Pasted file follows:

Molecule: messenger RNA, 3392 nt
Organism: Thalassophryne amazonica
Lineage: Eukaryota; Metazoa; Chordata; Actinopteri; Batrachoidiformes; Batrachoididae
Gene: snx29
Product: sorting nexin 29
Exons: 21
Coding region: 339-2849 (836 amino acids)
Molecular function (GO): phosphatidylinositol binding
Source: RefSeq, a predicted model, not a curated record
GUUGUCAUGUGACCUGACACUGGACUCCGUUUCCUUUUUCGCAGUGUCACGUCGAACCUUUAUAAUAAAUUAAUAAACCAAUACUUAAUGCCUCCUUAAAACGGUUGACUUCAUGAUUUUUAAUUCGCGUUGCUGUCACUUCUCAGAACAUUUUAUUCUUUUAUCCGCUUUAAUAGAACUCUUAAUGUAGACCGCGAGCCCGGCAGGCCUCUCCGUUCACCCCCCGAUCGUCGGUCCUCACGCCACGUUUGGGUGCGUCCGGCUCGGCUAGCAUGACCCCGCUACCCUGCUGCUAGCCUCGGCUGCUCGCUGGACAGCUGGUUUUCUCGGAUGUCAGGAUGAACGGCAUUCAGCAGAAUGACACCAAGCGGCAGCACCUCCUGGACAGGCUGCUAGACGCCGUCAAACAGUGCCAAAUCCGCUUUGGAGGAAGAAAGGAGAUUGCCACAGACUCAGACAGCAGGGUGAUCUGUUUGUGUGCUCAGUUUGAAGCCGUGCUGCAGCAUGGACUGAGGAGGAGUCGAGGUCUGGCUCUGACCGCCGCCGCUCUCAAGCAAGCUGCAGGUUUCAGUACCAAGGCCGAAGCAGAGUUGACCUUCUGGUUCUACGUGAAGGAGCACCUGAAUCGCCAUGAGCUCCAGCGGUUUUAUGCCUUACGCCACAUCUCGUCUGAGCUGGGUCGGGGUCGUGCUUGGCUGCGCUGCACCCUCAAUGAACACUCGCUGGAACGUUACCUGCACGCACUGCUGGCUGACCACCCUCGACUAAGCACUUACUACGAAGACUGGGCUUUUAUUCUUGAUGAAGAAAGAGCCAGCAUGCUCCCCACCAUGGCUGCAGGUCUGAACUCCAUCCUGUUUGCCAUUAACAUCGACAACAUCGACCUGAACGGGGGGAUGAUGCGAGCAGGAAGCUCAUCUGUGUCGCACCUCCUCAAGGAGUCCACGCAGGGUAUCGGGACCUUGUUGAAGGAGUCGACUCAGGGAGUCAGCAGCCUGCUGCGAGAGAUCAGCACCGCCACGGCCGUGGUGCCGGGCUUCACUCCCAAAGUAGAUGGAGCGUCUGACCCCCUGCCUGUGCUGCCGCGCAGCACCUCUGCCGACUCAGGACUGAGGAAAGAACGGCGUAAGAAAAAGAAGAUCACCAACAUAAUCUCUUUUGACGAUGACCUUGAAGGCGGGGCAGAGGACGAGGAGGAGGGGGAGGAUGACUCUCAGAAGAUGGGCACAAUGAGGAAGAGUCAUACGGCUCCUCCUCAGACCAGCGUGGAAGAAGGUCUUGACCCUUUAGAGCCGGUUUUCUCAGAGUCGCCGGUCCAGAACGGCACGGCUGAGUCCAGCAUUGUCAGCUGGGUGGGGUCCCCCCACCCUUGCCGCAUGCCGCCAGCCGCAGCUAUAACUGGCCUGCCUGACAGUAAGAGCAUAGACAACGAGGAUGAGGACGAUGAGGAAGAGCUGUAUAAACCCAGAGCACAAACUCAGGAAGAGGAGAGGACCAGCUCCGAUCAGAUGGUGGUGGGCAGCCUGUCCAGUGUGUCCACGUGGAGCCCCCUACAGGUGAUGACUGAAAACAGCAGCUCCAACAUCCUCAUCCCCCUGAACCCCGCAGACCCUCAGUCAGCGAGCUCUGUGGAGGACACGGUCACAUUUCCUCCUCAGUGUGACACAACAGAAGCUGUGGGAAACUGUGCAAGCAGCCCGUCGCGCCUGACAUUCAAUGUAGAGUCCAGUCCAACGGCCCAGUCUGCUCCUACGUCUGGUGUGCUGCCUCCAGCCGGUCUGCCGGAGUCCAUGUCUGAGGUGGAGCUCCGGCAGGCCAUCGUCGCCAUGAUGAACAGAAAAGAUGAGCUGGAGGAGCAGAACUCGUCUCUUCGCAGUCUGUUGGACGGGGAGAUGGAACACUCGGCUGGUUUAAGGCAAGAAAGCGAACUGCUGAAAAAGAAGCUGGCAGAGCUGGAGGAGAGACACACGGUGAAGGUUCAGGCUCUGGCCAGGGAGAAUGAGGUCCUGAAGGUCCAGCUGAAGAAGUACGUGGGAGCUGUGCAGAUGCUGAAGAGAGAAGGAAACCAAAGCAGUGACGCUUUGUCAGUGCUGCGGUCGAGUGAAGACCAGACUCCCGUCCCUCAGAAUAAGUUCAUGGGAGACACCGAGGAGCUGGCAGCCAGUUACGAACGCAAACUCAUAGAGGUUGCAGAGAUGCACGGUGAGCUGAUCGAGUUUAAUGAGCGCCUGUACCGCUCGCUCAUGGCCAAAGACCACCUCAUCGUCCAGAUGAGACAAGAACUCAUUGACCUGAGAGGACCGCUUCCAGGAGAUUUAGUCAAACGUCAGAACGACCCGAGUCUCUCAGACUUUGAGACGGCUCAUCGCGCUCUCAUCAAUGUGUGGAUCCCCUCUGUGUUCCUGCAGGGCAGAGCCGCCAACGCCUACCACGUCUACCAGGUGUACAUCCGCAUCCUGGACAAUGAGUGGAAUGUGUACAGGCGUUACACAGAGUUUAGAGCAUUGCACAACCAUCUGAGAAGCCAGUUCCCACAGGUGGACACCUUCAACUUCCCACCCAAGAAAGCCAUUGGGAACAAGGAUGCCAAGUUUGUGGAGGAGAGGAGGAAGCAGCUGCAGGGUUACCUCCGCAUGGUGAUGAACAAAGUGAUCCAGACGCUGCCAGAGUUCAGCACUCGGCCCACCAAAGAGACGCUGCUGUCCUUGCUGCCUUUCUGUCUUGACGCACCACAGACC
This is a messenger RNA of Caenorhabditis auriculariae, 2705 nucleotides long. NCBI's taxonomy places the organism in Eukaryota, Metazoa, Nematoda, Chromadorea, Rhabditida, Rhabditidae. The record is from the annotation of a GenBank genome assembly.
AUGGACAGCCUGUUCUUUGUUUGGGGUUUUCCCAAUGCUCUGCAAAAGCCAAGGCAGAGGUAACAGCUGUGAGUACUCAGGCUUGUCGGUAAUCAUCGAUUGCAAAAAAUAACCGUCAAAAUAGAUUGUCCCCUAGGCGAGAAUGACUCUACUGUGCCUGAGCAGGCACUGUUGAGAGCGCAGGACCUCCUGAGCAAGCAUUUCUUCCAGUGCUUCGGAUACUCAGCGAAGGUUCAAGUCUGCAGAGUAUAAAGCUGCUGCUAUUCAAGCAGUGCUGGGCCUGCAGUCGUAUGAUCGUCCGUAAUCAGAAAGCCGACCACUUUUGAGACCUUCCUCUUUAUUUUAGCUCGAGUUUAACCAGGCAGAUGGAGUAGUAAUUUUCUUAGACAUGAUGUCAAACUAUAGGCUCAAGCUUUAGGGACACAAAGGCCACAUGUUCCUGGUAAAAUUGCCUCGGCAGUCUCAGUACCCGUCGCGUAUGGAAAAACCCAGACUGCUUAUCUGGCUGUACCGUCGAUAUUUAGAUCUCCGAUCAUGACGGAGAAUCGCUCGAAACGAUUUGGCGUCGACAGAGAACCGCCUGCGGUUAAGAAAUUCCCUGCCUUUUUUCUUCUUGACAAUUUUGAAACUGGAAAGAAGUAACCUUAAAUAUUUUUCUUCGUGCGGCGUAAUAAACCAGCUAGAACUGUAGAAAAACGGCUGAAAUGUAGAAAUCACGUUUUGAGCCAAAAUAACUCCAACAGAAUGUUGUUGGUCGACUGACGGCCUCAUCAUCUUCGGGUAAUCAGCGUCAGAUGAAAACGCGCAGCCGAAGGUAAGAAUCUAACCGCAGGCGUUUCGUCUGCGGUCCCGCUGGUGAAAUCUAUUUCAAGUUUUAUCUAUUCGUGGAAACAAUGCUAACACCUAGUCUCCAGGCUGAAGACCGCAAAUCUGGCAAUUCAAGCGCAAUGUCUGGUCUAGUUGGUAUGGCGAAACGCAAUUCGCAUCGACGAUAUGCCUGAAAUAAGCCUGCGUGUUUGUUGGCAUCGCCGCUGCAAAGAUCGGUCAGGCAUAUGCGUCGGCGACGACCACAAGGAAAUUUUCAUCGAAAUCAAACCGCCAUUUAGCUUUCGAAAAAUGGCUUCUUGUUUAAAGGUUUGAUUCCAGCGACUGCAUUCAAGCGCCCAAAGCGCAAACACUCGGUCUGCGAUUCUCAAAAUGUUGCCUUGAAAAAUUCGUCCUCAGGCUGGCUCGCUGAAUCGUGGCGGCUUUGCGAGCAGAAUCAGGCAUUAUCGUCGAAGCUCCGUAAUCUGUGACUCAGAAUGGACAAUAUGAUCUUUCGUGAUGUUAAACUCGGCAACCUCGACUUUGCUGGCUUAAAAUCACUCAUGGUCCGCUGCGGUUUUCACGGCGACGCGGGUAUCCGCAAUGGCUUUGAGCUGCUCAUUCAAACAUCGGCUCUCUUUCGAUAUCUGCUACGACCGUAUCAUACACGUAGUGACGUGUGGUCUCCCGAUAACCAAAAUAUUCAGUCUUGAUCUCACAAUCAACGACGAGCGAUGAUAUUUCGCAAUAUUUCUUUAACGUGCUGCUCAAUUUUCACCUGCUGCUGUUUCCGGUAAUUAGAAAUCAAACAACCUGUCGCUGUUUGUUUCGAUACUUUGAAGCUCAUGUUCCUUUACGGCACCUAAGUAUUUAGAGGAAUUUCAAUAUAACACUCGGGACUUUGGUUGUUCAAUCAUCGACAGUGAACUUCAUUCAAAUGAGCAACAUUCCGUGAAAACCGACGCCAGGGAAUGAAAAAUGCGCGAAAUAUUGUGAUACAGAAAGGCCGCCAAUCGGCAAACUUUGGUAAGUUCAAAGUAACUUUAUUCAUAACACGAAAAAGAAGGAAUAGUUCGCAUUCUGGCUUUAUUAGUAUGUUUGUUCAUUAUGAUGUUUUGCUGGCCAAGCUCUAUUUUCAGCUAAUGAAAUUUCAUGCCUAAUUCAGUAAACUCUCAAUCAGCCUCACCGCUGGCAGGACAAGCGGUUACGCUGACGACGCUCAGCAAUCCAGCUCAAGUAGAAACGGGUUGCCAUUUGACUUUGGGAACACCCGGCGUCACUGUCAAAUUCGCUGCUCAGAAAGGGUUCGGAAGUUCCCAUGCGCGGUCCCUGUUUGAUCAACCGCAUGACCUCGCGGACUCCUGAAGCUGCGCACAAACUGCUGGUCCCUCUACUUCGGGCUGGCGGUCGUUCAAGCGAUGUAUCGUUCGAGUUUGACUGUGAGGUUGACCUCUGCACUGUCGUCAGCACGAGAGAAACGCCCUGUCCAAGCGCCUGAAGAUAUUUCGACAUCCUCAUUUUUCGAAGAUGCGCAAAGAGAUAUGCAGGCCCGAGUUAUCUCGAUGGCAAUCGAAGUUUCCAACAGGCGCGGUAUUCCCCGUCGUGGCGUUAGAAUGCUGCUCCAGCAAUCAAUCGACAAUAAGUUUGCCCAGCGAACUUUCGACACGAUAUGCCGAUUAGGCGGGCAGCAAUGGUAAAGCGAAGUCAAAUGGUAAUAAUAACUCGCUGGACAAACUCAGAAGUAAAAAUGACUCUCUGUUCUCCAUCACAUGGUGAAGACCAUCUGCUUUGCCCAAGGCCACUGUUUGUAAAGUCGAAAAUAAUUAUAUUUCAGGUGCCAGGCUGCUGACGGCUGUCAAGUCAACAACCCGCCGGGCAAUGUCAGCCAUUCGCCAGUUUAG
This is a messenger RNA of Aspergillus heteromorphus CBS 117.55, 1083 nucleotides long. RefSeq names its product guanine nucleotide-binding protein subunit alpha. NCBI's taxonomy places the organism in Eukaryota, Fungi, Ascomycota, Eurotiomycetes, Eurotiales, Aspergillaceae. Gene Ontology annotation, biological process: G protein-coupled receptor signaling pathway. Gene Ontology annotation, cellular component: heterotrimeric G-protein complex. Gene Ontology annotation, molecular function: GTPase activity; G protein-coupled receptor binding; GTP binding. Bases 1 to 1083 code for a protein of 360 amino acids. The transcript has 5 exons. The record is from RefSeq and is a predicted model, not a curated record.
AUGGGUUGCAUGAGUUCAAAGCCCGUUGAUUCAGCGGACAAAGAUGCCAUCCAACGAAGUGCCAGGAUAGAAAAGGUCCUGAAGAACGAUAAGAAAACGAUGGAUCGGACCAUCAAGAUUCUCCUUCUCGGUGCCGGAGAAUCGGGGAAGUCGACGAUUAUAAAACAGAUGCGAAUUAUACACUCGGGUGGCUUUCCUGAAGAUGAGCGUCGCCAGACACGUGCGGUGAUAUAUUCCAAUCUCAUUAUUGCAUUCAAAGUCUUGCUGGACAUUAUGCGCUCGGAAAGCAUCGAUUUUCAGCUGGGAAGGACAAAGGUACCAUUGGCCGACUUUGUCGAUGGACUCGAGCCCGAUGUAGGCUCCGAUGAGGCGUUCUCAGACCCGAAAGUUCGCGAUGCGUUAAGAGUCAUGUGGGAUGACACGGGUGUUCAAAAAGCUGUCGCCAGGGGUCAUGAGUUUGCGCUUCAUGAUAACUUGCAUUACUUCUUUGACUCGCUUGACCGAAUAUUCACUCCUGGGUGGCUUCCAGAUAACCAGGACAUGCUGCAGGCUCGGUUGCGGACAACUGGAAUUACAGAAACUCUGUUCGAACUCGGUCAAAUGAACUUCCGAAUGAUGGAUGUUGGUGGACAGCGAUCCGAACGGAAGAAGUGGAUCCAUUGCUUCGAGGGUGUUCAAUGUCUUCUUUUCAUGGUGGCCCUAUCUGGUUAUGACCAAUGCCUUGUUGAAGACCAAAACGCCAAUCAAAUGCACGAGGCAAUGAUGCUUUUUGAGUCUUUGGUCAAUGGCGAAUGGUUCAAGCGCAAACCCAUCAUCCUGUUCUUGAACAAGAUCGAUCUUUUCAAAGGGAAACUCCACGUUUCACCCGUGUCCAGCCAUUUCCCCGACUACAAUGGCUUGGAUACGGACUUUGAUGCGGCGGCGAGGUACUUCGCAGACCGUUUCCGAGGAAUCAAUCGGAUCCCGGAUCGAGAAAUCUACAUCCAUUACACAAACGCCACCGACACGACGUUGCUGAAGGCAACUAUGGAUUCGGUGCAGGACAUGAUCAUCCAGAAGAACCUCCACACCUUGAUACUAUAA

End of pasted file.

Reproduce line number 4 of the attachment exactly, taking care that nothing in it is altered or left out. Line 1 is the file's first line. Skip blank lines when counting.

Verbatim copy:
Gene: snx29